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labor Rail Workers Want Tracks Publicly Owned.

A coalition of railroad workers unions says the biggest rail companies in the U.S. have become far too focused on profits, and is calling for public ownership of rail infrastructure across North America.

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Last month, Railroad Workers United (RWU), an umbrella advocacy group for rail-industry union workers, did something it’s talked about doing for 10 years: It called for the sprawling network of rail infrastructure in North America to be publicly owned.

The reasons why, according to a resolution adopted by RWU’s international steering committee, include the railroad companies’ hostility to workers’ unions, steady reductions of workforce over the years, disinvestment in railway infrastructure and an obsessive focus on profits over service.

The resolution was approved at a time of unusual public attention on the U.S. supply chain and its reliance on freight rail service, and on the negotiations between railroad workers and the handful of freight companies that currently own most of the tracks in the country. Earlier this fall, the Biden administration helped broker a tentative agreement between unions and management, averting a much-feared rail strike. But two months later, the threat of a strike still looms, with lingering conflicts over rail companies’ uncommonly meager sick-leave policies.

Rail workers say a host of problems — exhausting conditions for workers, perennial threats to the supply chain and the economy, the diminished state of U.S. passenger rail — stem from freight companies’ growing fixation on cost-cutting. They point out that the public ownership of rail infrastructure in other countries, and of roadway, waterway and air travel infrastructure in the U.S., shows it doesn’t have to be that way.

“Since the North American private rail industry has shown itself incapable of doing the job, it is time for this invaluable transportation infrastructure — like the other transport modes — to be brought under public ownership,” the group said in a press release.

Workers Say Railroads Are Profit-Obsessed

At the root of many of RWU’s complaints is something called precision scheduled railroading, or PSR, a model of operating that prioritizes moving freight cars in ways that are most efficient and cost-effective for the major railroad companies. The model was developed by E. Hunter Harrison, a legendary, controversial executive who led four of the biggest railroad companies in North America at various points in his career. At the time of his death in 2017, Harrison had come out of retirement to serve as CEO of CSX, which dominates the eastern U.S.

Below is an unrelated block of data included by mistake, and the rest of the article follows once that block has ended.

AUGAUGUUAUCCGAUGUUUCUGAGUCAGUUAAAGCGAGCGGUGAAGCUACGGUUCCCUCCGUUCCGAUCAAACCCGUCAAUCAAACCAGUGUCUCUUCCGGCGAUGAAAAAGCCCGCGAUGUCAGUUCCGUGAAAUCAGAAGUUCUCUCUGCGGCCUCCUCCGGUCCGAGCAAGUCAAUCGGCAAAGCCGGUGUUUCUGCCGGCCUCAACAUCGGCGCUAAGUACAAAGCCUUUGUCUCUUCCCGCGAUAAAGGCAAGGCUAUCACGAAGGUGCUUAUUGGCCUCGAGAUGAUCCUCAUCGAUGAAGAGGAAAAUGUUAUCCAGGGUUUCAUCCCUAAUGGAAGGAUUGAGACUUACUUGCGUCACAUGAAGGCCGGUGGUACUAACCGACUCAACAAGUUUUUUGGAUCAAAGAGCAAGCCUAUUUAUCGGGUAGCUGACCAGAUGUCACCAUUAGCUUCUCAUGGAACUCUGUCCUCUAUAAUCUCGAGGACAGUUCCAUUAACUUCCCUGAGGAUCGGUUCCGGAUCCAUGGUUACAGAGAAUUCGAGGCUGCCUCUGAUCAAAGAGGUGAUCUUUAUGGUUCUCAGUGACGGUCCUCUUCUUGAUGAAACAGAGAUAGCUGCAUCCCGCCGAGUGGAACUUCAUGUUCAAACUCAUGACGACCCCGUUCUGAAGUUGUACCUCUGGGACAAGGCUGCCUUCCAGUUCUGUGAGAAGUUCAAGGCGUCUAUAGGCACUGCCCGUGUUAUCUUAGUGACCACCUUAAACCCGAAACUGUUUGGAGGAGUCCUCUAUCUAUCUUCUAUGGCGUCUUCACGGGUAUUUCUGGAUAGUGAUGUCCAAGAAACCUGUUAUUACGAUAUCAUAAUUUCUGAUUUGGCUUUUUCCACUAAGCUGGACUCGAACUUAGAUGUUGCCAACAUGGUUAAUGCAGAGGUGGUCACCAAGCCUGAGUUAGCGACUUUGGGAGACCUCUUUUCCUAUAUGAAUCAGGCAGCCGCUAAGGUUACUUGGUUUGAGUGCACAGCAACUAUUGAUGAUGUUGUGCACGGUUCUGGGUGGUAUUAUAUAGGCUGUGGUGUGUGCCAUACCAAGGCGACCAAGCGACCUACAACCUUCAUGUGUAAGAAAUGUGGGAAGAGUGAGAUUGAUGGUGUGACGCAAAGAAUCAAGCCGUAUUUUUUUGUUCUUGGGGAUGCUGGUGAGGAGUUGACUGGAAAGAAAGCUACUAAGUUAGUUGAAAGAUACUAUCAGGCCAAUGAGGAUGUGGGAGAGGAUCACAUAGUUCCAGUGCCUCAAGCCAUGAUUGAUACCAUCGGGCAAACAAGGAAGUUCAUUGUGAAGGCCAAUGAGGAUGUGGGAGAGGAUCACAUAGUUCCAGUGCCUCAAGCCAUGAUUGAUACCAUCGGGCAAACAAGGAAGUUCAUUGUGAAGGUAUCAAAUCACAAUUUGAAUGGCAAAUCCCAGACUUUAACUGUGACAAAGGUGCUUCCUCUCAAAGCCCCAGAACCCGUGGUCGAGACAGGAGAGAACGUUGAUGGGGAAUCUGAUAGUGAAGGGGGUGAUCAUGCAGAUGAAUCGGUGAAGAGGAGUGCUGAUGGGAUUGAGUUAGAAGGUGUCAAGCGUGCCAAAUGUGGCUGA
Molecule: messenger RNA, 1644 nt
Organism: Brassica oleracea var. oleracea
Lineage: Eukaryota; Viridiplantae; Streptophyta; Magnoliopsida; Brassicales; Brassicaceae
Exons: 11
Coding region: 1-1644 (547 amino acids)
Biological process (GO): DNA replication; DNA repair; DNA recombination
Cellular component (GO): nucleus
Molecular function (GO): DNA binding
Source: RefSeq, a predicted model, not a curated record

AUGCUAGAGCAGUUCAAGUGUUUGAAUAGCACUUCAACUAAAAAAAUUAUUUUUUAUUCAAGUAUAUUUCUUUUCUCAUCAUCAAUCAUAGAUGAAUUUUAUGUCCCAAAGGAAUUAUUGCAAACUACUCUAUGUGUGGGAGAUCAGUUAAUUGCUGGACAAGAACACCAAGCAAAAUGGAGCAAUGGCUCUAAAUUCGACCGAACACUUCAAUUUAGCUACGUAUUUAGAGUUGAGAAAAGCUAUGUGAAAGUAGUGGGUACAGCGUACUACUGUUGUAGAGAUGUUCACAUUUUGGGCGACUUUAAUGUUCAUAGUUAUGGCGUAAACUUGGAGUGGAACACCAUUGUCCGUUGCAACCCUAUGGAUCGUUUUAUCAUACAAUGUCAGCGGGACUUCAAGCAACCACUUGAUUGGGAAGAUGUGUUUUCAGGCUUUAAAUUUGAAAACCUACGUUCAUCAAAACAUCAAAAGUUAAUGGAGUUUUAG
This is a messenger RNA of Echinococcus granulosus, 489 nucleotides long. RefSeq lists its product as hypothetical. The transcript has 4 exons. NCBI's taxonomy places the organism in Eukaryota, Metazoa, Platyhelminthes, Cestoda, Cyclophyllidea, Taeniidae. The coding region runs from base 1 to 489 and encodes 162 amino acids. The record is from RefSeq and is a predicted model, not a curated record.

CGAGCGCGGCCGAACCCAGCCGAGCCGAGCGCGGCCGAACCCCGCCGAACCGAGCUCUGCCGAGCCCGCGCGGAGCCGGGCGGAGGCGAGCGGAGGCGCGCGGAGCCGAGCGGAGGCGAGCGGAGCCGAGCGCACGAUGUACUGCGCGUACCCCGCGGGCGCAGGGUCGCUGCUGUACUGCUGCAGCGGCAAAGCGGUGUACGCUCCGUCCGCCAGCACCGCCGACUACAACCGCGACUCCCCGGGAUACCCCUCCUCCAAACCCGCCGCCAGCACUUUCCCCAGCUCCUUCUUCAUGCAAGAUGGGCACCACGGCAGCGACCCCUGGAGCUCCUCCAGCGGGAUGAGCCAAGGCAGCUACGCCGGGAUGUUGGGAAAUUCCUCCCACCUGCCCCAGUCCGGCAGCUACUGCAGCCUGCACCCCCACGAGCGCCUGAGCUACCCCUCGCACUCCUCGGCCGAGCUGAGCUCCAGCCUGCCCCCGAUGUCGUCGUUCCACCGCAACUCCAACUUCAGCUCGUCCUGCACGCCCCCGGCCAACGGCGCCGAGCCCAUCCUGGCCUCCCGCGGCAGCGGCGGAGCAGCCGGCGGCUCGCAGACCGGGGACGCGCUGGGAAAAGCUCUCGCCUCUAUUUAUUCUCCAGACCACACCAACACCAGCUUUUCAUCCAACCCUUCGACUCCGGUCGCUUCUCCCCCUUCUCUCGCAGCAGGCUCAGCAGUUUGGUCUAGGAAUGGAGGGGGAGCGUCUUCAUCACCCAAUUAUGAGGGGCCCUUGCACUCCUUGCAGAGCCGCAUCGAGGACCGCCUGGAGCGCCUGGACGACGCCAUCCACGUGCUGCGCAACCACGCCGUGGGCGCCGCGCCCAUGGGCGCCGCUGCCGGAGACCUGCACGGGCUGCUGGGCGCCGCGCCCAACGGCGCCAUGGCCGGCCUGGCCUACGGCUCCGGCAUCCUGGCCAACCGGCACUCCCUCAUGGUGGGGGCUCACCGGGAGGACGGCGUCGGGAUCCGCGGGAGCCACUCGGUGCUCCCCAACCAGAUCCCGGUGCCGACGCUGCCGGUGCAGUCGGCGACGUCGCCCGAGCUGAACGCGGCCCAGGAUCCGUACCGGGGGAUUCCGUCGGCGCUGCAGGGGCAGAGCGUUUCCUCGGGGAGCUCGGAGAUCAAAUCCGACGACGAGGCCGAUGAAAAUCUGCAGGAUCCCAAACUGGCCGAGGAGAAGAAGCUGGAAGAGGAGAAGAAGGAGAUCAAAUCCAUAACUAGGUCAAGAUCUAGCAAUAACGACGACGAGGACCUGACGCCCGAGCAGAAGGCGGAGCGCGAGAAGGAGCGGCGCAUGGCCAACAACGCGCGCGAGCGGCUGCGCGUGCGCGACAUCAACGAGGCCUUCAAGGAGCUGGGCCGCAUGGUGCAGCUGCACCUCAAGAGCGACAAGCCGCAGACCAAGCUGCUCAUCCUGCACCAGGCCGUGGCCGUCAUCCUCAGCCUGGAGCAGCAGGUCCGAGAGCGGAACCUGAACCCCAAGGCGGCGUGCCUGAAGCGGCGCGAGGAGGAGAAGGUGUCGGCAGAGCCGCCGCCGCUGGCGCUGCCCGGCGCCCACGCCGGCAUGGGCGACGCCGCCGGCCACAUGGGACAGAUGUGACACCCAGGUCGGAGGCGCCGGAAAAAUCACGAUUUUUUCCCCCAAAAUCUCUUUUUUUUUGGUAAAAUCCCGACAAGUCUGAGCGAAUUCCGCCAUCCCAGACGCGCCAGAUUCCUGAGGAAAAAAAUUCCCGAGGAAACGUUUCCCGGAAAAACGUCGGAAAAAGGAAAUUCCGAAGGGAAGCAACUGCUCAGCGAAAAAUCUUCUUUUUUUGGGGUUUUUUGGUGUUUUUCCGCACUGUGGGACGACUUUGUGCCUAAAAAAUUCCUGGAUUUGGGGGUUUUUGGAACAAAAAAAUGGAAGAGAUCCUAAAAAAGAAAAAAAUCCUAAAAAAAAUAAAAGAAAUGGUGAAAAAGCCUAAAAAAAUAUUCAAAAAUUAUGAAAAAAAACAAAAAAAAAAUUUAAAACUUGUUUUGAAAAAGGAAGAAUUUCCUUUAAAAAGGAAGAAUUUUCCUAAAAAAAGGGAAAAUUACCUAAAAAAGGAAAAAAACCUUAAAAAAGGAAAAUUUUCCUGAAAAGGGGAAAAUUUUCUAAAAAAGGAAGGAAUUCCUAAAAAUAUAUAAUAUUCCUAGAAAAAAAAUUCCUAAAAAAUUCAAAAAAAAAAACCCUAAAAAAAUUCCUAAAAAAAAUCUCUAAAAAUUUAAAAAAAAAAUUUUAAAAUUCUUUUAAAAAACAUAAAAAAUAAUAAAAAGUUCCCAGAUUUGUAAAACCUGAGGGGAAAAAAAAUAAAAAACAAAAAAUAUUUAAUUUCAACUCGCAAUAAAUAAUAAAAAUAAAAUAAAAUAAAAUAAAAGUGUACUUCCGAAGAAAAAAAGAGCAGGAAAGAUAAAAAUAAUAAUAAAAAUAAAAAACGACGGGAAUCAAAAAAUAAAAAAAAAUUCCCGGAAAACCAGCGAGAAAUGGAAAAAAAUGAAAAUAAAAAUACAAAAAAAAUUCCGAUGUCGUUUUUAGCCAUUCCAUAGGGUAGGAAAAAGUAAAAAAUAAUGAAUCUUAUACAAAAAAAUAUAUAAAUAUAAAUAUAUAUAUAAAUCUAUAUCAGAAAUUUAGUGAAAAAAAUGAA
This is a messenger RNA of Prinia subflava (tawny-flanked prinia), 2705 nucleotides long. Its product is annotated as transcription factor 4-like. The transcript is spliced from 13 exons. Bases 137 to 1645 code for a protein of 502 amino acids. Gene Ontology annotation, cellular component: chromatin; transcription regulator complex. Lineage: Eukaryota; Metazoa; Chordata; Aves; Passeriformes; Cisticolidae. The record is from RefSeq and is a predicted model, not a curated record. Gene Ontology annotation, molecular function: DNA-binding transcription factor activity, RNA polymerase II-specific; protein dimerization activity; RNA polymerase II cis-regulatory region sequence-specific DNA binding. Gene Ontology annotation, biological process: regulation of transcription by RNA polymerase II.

Over the last decade, precision scheduled railroading has become the norm at most of the major railroads in the country. That has coincided with a massive increase in profit margins for the railroads, putting them among the most profitable industries in the country. Harrison and other adopters of the PSR model have been praised and criticized for fixating on lowering their companies’ operating ratios. That’s a measure of how efficiently a company can generate revenue, and a metric that’s especially important to Wall Street traders and company shareholders looking for quarterly earnings.

Critics say PSR puts the short-term profitability of railroad companies at odds with the long-term viability of railway service — for freight as well as passengers. “Doing less with less” is how Sean Jeans-Gail, the vice president of policy and government affairs at the Rail Passengers Association, referred to the practice. “The evil ghost of Hunter Harrison lives on,” said U.S. Rep. Peter DeFazio (D-OR), at a hearing of the House Transportation and Infrastructure Committee earlier this year. “He has addicted the CEOs of the rail industry to watching the ticker on Wall Street and using their resources to benefit their shareholders and not run railroads like railroads,” he added.

It’s not just that railroad companies are generating big profits, says Ross Grooters, a member of RWU’s steering committee, but that they’re doing so in ways that push less profitable freight to the trucking industry. That has negative environmental and social impacts, including more greenhouse gas emissions and highway congestion, and it could hurt the rail companies in the long run.